VTL Chuck

February 12, 2012

Newest diameter increases Royal Machine's Steel Bodied Manual VTL Large Diameter Chucks product range from 24 inches to 84 inches in diameter and are custom designed and built to customer requirements in the USA.

In making the announcement of the newest size 84 inch chuck, Guy Byrne, General Manager, stated, "We've had the ability to manufacture up to the 84 inch diameter Chucks since 2007, as far as milling, grinding and assembly were concerned. Where we had an issue was in the turning operation. Until recently, one of our key suppliers, Duel Manufacturing in Southington, Connecticut, which Royal has teamed up with for over the past 15 years, purchased another VTL with a 96 inch Diameter capacity. The newest VTL solved our issue. With the turning issue no longer holding our latest design back, it continues to evolve.

"Our design boasts its superior steel strength, induced wear resistant body, hardened and precision ground master jaws and wedge. This produces increased wedge style gripping forces and accuracies. Aside from these benefits, this 'Next Generation' design uses a readily replaceable pinion gear for added torque and also has improved chip protection to help reduce contamination and downtime for maintenance."

Related Glossary Terms

  • chuck


    Workholding device that affixes to a mill, lathe or drill-press spindle. It holds a tool or workpiece by one end, allowing it to be rotated. May also be fitted to the machine table to hold a workpiece. Two or more adjustable jaws actually hold the tool or part. May be actuated manually, pneumatically, hydraulically or electrically. See collet.

  • gang cutting ( milling)

    gang cutting ( milling)

    Machining with several cutters mounted on a single arbor, generally for simultaneous cutting.

  • grinding


    Machining operation in which material is removed from the workpiece by a powered abrasive wheel, stone, belt, paste, sheet, compound, slurry, etc. Takes various forms: surface grinding (creates flat and/or squared surfaces); cylindrical grinding (for external cylindrical and tapered shapes, fillets, undercuts, etc.); centerless grinding; chamfering; thread and form grinding; tool and cutter grinding; offhand grinding; lapping and polishing (grinding with extremely fine grits to create ultrasmooth surfaces); honing; and disc grinding.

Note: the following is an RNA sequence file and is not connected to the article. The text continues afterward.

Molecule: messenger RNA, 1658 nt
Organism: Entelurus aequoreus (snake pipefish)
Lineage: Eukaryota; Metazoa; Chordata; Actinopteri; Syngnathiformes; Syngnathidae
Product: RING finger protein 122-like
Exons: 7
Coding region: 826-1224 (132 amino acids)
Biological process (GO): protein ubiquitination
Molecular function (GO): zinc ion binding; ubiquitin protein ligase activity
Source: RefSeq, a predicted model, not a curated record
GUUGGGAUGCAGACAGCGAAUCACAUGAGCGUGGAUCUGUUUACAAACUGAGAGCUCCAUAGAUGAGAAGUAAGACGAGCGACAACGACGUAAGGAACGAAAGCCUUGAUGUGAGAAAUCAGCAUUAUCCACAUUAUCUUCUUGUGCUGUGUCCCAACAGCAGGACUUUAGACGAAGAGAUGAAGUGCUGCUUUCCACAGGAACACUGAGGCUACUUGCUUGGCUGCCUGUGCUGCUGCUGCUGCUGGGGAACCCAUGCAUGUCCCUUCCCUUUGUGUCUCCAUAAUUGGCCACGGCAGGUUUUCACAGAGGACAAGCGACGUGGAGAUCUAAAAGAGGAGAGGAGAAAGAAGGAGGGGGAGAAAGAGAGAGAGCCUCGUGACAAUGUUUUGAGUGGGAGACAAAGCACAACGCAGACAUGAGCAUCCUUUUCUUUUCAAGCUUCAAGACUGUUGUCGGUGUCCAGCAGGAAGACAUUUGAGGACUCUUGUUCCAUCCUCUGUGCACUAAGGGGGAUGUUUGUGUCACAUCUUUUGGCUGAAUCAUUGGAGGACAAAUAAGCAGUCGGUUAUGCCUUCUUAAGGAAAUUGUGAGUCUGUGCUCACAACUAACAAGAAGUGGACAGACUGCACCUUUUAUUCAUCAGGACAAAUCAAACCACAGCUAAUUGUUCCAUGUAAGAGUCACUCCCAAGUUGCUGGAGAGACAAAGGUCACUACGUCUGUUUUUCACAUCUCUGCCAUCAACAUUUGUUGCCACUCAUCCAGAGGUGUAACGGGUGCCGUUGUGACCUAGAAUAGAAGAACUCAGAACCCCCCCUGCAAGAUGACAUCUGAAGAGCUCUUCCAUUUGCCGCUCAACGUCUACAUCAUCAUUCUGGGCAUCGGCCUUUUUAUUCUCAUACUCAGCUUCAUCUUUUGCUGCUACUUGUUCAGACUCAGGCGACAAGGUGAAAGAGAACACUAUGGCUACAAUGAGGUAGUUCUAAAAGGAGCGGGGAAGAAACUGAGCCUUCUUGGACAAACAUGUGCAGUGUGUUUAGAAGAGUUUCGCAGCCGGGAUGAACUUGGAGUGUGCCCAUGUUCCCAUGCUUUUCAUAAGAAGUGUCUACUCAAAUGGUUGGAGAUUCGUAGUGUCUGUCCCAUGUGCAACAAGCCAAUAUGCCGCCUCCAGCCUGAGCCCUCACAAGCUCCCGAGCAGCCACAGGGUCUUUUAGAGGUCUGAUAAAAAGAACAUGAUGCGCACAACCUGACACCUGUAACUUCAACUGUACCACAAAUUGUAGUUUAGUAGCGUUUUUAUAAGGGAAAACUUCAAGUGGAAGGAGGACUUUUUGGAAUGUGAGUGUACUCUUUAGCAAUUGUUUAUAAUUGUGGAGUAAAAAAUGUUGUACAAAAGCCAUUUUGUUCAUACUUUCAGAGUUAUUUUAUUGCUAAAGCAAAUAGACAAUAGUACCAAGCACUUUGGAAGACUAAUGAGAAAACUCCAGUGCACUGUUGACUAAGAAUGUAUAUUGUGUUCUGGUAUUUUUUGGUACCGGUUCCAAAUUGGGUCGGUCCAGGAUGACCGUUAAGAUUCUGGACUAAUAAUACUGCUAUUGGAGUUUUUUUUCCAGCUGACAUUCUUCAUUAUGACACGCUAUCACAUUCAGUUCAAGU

• milling


    Machining operation in which metal or other material is removed by applying power to a rotating cutter. In vertical milling, the cutting tool is mounted vertically on the spindle. In horizontal milling, the cutting tool is mounted horizontally, either directly on the spindle or on an arbor. Horizontal milling is further broken down into conventional milling, where the cutter rotates opposite the direction of feed, or “up” into the workpiece; and climb milling, where the cutter rotates in the direction of feed, or “down” into the workpiece. Milling operations include plane or surface milling, endmilling, facemilling, angle milling, form milling and profiling.

  • turning


    Workpiece is held in a chuck, mounted on a face plate or secured between centers and rotated while a cutting tool, normally a single-point tool, is fed into it along its periphery or across its end or face. Takes the form of straight turning (cutting along the periphery of the workpiece); taper turning (creating a taper); step turning (turning different-size diameters on the same work); chamfering (beveling an edge or shoulder); facing (cutting on an end); turning threads (usually external but can be internal); roughing (high-volume metal removal); and finishing (final light cuts). Performed on lathes, turning centers, chucking machines, automatic screw machines and similar machines.


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